Click to Subscribe
▶  More from Harm City The Man Cave When Your Job Sucks
‘That’s My Son!’
One Of Those Events Older Parents Cherish

My youngest son is 27 and has remained close friends with three men he met in his early teens. One of these, Michael, was recently laid off, and, in his spare time, my son helps him with job ideas. He has worked on the resumes of numerous friends and family members, resumes being something of a hobby.

Six weeks unemployed, and Michael decided to focus on the good things in his life, his wife and baby daughter. He posted an extensive, celebratory ode on social media about their love for each other, their closeness, there bond as a family made better in hard times, blah, blah, feel-good blah…

Arriving at my son’s house for dinner, I was told this by my daughter-in-law, while I waited for my son to come home from work. Despite arriving after he was supposed to be home, he was still making his way from work after a 12 hour day, which is typical. My daughter-in-law has a mischievous streak and reminds me of my Grandmother Kern, unable to resist the occasional temptation to rib the breadwinner.

She told me, “I read off this message to your son…” and then began reading, “Oh My God, he made the same look you just did—like why the fuck am I listening to this shit—and then I said, ‘Why don’t you ever write romantic stuff like that for me and post it on facebook?’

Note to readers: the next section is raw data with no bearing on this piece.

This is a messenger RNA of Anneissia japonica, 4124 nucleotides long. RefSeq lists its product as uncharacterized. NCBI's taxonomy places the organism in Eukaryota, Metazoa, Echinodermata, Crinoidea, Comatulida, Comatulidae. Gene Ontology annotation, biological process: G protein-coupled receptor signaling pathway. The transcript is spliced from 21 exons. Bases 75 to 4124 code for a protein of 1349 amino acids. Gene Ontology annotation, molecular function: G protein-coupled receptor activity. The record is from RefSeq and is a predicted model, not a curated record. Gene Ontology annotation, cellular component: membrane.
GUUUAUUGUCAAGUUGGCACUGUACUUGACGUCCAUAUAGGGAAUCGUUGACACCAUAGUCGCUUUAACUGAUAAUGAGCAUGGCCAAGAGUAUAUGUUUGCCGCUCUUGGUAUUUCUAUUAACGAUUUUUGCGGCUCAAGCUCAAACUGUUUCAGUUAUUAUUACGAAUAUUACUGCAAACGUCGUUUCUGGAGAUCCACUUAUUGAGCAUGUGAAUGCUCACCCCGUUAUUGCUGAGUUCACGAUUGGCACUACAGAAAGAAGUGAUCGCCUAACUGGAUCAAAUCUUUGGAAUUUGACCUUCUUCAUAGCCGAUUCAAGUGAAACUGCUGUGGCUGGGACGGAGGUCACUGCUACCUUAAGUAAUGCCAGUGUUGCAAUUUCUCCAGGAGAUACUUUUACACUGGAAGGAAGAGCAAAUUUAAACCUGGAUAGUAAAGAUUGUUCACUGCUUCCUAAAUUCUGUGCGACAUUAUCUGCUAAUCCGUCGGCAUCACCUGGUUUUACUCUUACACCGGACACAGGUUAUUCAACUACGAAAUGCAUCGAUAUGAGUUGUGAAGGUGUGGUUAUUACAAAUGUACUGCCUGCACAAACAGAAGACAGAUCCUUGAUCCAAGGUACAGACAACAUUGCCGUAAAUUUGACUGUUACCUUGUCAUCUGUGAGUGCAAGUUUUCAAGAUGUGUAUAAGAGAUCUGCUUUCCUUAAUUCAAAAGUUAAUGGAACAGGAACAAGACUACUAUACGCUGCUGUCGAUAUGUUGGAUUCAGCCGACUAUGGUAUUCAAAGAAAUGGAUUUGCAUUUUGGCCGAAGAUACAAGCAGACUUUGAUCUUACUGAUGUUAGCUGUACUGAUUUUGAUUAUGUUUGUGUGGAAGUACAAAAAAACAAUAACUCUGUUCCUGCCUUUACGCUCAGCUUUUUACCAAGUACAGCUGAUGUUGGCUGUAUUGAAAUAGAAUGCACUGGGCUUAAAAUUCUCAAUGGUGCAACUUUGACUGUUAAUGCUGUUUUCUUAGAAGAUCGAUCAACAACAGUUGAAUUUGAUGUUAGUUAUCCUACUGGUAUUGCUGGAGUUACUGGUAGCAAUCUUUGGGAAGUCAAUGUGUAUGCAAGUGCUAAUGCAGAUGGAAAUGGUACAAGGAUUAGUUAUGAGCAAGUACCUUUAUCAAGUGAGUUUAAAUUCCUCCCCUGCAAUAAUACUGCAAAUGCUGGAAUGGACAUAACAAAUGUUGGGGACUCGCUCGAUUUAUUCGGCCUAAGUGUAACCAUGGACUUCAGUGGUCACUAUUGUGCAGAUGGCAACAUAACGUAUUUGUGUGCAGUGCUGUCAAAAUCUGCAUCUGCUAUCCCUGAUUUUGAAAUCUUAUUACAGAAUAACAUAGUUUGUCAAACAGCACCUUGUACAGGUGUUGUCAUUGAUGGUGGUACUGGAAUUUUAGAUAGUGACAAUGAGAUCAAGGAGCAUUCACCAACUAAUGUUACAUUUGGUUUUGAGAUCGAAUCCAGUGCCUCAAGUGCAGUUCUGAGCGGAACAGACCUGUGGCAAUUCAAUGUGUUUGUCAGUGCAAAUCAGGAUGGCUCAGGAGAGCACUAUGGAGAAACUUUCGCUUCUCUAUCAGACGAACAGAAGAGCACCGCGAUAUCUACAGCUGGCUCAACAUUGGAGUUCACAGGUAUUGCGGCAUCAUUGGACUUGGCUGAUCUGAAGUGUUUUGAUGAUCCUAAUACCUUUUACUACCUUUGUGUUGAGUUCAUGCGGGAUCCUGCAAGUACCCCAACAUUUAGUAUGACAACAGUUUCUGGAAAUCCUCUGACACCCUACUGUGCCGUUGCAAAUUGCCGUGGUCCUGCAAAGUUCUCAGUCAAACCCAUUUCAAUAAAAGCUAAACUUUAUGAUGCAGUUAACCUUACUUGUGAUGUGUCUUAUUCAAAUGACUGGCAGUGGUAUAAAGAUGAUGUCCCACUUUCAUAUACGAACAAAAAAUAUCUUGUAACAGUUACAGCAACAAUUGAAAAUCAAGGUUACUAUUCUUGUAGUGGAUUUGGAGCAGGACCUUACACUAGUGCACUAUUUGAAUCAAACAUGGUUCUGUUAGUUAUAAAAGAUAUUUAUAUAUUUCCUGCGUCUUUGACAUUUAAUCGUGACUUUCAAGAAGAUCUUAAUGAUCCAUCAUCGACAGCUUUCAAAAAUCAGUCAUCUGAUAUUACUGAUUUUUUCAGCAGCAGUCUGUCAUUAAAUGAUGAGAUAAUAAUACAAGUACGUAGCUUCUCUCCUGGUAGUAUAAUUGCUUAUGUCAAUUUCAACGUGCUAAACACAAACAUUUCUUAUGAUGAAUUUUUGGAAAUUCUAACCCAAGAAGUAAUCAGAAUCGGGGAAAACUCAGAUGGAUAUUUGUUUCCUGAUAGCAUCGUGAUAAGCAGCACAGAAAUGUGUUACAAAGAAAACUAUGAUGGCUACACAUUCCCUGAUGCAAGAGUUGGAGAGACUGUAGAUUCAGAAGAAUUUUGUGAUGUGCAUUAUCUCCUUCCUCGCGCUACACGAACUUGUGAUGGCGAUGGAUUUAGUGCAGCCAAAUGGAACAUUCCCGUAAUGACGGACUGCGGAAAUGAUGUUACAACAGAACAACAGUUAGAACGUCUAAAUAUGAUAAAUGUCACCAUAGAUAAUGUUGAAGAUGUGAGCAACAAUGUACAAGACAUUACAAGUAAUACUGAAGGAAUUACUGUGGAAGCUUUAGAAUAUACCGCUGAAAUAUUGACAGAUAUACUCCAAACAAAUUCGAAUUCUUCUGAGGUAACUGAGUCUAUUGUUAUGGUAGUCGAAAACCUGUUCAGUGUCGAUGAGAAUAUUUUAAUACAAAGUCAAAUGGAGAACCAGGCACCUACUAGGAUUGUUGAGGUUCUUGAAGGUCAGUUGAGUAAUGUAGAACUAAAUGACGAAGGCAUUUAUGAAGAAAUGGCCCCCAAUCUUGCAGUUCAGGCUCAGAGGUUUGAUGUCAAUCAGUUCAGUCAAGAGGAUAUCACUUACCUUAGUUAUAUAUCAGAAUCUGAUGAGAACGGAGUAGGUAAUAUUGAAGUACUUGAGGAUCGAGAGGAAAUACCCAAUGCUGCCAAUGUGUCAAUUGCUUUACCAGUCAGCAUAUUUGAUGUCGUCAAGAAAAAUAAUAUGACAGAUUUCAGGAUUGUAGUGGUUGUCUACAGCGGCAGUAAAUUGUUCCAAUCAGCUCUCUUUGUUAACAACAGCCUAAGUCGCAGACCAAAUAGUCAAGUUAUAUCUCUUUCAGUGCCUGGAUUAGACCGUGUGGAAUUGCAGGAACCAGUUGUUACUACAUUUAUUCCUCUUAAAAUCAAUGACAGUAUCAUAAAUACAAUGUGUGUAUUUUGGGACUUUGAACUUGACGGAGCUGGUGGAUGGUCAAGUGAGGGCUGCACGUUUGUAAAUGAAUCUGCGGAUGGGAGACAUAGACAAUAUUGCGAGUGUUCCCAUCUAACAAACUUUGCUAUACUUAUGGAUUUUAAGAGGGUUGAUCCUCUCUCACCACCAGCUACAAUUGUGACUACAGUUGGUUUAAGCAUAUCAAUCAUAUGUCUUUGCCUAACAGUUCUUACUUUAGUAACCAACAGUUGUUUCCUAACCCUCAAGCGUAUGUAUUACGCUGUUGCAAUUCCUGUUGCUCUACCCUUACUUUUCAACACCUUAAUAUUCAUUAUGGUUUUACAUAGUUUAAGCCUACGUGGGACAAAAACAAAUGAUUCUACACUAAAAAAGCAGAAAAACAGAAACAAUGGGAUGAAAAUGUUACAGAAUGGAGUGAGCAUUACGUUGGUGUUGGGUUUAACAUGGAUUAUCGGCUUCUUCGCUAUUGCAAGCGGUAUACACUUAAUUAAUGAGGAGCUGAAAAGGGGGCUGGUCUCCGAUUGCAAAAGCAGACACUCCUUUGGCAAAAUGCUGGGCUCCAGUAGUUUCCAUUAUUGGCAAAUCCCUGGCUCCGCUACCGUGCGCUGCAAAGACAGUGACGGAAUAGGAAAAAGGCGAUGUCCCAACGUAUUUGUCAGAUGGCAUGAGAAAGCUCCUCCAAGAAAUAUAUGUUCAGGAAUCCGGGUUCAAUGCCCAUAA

You would have been proud of him. He just snapped, “Because I’m busting my ass for you and don’t have the luxury of unemployment!”

I beamed and shouted, “That’s my son!” and she laughed, “You got that right.”

Which brings me back to a very old working man story from my late 20s, when my oldest son, who I had adopted when he was 20, and called me Jim, was arguing with his mother about quitting school. He was 13 and had experienced enough of the violence and stupidity of school. I was listening after working a 21 hour shift, in which I had to defrost the ice cream freezers on inventory day with an order coming in the back door…

Feeling I had no moral authority as a high school dropout, delirious from walking home in the summer heat with my overalls and sweat shirt on, I just listened as I tried feebly to unlace my boots.

Finally, Vance said, “Well, Jim quit school when he was sixteen and he makes good money. He got us this house and you have a car to go shopping!”

She rose to the occasion and said, “Yes, that’s true, Jim is a good provider—but look at him! He can’t even get his boots off! I don’t want you to end up like that.”

Vance looked at me from under his blonde eye brows as if he were peering into the pit of hell at some tormented soul. But I’ve got to hand it to him, he leapt in after me and is still busting his ass as a refrigeration mechanic—looking like a survivor of the Battan Death March come July when every frozen food case in Baltimore is icing up…

For an escaped slave like me it is a measure of some pride that I can look back into the Plantation of leveraged souls that I escaped to see my sons doing well enough to avoid the overseer’s whip.

When Your Job Sucks

The Ghetto Grocer Kindle Edition

Add Comment